Giacometti was born into a Swiss family of artists. His early work was informed by Surrealism and Cubism, but in 1947 he settled into producing the kind of expressionist sculpture for which he is best known. His characteristic figures are extremely thin and attenuated, stretched vertically until they are mere wisps of the human form. Almost without volume or mass (although anchored with swollen, oversize feet), these skeletal forms appear weightless and remote. Their eerie otherworldliness is accentuated by the matte shades of gray and beige paint, sometimes accented with touches of pink or blue, that the artist applied over the brown patina of the metal. The rough, eroded, heavily worked surfaces of "Three Men Walking (II)" typify his technique. Reduced, as they are, to their very core, these figures evoke lone trees in winter that have lost their foliage. Within this style, Giacometti would rarely deviate from the three themes that preoccupied him—the walking man; the standing, nude woman; and the bust—or all three, combined in various groupings.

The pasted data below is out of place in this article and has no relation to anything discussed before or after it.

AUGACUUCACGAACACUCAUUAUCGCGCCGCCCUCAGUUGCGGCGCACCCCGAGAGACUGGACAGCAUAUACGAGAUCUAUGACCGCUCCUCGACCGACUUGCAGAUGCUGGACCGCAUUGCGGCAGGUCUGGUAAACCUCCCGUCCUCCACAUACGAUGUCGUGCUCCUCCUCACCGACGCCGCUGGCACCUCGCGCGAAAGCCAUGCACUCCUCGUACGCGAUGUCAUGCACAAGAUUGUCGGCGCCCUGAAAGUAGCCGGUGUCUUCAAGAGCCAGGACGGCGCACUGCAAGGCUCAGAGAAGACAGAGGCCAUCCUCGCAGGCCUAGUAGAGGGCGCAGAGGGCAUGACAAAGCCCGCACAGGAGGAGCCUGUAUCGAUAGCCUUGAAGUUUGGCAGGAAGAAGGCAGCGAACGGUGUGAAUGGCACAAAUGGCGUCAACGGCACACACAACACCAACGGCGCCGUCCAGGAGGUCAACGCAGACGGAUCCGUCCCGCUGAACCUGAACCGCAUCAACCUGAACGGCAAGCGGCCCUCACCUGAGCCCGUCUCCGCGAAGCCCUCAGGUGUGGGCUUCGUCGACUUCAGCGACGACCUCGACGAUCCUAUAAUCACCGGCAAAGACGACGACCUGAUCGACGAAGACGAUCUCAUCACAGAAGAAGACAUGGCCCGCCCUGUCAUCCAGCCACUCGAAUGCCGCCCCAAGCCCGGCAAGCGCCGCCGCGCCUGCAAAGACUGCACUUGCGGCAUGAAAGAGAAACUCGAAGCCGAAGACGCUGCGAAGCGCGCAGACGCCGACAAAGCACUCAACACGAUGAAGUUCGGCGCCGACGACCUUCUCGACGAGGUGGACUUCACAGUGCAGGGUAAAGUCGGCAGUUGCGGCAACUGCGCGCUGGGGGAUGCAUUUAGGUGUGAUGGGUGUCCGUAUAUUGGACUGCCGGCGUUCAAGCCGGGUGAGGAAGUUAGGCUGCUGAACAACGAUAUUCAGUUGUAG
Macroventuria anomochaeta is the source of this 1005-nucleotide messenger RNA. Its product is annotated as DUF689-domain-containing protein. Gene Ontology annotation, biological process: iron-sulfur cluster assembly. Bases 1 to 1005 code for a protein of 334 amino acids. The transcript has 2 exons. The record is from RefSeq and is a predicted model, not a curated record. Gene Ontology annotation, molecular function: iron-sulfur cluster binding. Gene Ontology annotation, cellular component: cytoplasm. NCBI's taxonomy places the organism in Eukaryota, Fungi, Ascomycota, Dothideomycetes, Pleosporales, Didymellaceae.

Giacometti's work can be seen to balance the concerns of the modern and the historical as well as the specific and the universal. While many have viewed his sculptures as emblematic of the horrors of World War II or representative of the alienation of modern urban life, his figures also contain specific allusions to ancient Egyptian burial figures and to early Greek korai. At the same time, the fragile figures are universalized, their tentative movements expressive of an essential human condition. In this work, the figures take wide steps, each in a different direction. The empty space around them acts as an obstacle to communication. They stride along, each untouched by another, alienated by the void that surrounds them.